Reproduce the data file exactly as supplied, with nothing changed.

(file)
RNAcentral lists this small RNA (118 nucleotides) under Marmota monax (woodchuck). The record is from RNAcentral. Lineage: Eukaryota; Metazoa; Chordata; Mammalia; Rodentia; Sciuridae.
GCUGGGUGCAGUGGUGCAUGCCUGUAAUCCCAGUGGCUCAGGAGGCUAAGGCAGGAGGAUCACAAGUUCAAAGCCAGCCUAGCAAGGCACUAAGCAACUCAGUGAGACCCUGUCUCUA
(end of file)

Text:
RNAcentral lists this small RNA (118 nucleotides) under Marmota monax (woodchuck). The record is from RNAcentral. Lineage: Eukaryota; Metazoa; Chordata; Mammalia; Rodentia; Sciuridae.
GCUGGGUGCAGUGGUGCAUGCCUGUAAUCCCAGUGGCUCAGGAGGCUAAGGCAGGAGGAUCACAAGUUCAAAGCCAGCCUAGCAAGGCACUAAGCAACUCAGUGAGACCCUGUCUCUA